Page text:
We know it can get overwhelming reading about COVID-19 mutations all the time, so allow us to offer you a brief respite. The Chinese National Health Commission (NHC) yesterday reported the first case of H3N8 bird flu in a human – a four-year-old boy from Henan province who fell sick earlier this month.
“[The patient] developed a fever and other symptoms on April 5, and was admitted to a local medical institution for treatment on the 10th due to a worsening of his condition,” says the NHC statement released yesterday.
“On the 24th, the Chinese Center for Disease Control and Prevention conducted a test … the result was positive for the H3N8 avian influenza virus,” the statement continues. “Henan Province carried out medical observation and sampling tests on the close contacts of the child, and no abnormality was found.”
The H3N8 flu strain is fairly common in horses and dogs, and has even been found in seals, but has never been confirmed in humans before. However, some experts believe the strain was behind the so-called “Russian flu” pandemic of 1889-1890 – and that’s “a major concern for the risk of the virus,” Erik Karlsson, deputy head of the virology unit at the Institut Pasteur in Cambodia, told Reuters.
“We need to be concerned about all spillover events,” he warned.
Before falling sick, the statement explains, the boy had lived in very close proximity to a variety of wild and domesticated bird species, including crows, ducks, and chickens. Whole genome sequence analyses of the flu strain reflect this, Nicola Lewis, an influenza expert at the UK’s Royal Veterinary College told Reuters, as they indicate that the H3N8 virus in this human case includes genes from viruses previously detected in poultry and wild birds.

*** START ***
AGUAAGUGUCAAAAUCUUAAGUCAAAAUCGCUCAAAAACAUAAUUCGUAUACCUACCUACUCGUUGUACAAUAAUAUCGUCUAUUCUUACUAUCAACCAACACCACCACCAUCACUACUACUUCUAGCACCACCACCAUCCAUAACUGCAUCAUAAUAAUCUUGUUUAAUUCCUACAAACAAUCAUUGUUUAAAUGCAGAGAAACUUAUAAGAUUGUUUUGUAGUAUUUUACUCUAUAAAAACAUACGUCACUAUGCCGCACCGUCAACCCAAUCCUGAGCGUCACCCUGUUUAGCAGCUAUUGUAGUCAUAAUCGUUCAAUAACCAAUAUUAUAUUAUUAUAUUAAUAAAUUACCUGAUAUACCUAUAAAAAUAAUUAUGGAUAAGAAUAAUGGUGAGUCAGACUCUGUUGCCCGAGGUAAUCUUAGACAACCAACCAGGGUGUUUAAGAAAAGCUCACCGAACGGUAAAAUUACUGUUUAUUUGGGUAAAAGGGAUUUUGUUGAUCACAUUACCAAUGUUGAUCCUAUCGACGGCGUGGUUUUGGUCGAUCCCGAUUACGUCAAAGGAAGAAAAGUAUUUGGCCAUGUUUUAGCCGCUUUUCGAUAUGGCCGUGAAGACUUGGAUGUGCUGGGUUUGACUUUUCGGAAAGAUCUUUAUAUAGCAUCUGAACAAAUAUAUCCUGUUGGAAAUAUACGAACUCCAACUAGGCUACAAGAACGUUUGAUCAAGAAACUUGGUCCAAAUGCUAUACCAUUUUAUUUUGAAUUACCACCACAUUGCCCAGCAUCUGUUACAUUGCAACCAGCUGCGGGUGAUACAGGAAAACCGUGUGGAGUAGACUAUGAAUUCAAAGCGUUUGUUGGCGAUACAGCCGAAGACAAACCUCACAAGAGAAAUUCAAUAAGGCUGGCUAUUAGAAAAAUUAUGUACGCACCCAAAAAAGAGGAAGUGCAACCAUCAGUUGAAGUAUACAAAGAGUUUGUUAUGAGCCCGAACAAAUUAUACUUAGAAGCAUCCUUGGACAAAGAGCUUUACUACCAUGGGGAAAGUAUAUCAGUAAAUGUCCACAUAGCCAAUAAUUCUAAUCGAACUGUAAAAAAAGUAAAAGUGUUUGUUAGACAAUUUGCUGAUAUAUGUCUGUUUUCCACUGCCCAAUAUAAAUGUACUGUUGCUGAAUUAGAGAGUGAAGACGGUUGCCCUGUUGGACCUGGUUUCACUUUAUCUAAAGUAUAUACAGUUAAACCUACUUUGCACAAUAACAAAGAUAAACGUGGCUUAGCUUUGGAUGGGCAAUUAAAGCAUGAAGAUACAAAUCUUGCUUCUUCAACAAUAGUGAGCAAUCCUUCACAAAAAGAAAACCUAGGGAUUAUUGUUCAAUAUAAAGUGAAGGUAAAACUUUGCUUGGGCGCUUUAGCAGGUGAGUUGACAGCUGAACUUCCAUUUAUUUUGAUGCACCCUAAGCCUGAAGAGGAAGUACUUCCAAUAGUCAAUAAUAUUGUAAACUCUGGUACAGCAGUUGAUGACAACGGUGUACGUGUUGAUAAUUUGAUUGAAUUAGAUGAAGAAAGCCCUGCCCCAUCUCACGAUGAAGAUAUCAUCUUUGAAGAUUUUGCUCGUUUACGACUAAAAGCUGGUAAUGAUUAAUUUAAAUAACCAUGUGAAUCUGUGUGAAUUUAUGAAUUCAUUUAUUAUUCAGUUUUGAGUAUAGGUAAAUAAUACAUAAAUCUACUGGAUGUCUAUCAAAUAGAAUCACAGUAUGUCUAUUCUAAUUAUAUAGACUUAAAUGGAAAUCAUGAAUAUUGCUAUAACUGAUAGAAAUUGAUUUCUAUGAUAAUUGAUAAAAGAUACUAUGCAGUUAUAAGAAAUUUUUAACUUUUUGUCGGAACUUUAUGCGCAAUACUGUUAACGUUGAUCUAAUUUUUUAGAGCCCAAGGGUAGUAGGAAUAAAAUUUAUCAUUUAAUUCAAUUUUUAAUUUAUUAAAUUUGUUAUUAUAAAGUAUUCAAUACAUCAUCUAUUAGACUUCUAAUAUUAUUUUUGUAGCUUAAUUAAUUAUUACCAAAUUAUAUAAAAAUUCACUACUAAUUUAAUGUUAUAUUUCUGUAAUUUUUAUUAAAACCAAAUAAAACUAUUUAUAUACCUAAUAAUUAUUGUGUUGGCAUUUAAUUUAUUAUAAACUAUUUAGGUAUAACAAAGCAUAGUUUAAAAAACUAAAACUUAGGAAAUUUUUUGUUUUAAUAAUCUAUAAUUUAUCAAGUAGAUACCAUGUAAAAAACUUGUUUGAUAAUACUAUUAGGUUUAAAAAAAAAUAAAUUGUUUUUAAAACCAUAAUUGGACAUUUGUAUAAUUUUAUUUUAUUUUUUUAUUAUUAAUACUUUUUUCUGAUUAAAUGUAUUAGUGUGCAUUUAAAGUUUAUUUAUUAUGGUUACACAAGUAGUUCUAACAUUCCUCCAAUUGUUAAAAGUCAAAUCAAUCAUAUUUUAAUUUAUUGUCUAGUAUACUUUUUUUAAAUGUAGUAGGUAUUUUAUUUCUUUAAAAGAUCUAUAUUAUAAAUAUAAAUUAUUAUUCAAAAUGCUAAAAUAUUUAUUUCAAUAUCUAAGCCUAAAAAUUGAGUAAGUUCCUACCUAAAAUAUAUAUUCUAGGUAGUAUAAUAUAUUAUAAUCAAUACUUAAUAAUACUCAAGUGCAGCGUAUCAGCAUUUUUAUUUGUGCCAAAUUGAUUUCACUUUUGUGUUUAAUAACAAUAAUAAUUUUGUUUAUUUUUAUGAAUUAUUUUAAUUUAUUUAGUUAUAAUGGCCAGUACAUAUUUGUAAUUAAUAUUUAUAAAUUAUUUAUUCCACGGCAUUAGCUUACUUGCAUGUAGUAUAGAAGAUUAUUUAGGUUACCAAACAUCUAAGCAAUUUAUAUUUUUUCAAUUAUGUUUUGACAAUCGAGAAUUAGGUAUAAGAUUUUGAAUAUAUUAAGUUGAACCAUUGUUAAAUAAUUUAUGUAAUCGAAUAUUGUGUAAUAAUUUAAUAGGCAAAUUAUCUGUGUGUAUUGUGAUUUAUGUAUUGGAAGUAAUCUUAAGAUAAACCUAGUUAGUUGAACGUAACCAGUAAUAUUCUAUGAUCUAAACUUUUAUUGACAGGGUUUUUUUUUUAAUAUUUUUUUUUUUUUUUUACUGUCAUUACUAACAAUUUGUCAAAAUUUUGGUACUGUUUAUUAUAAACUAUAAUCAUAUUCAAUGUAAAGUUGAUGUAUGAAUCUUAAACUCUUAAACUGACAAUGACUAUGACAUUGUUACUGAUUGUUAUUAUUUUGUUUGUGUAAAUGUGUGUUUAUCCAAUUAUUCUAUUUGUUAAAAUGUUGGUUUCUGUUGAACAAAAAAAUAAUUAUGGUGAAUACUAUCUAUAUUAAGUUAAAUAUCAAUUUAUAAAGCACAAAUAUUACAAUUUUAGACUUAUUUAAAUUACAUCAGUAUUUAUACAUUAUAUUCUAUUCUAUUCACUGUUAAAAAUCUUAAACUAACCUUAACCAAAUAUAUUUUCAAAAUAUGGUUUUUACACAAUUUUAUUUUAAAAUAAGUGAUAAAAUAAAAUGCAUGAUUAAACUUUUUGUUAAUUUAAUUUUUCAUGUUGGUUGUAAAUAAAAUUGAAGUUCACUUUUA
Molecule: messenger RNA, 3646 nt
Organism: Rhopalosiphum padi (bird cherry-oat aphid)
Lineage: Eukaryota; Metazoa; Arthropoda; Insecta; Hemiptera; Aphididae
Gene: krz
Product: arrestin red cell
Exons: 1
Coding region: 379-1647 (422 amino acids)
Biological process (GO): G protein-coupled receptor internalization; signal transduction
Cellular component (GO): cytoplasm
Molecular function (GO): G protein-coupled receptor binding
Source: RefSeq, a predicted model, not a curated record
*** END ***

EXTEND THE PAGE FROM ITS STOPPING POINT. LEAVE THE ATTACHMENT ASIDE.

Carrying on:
That said, the NHC sees the risk of a large-sale human outbreak as low. Tests on the boy’s close contacts all came back negative, the statement said, and “experts' preliminary assessments believe that H3N8 … is of avian origin and has not yet had the ability to effectively infect humans.”
“This outbreak is an occasional bird-to-human cross-species transmission, and the risk of a large-scale epidemic is low,” the NHC adds.
While the jump into a human host may provide an opportunity for the virus to adapt new mutations that allow it to spread more easily in mammals, Karlsson explained, this is rare. Quite a few avian flus manage to infect humans, especially in places with large populations of poultry, and not many result in human pandemics.
Just last month, for example, some 2.75 million birds in Wisconsin were killed to stop the spread of a highly lethal form of avian flu. China, meanwhile, has already seen a small but deadly outbreak of the H5N6 strain of bird flu in humans back in January this year, and saw the first known human case of H10N3 just six months before that. The people most often affected are poultry workers, though experts warn that zoonotic transmission of diseases like this is likely to increase as humans further encroach into wildlife habitats.
For now, the NHC recommends people “should avoid contact with sick and dead poultry in daily life, and avoid direct contact with live poultry as much as possible; pay attention to dietary hygiene, and separate raw and cooked food during food processing” – in other words, things we should hopefully be doing (or not doing) already.
On top of that, the statement recommends wearing a mask and seeking medical help if you feel sick – which, given we’re still in the throes of a pandemic, continues to be good advice in general.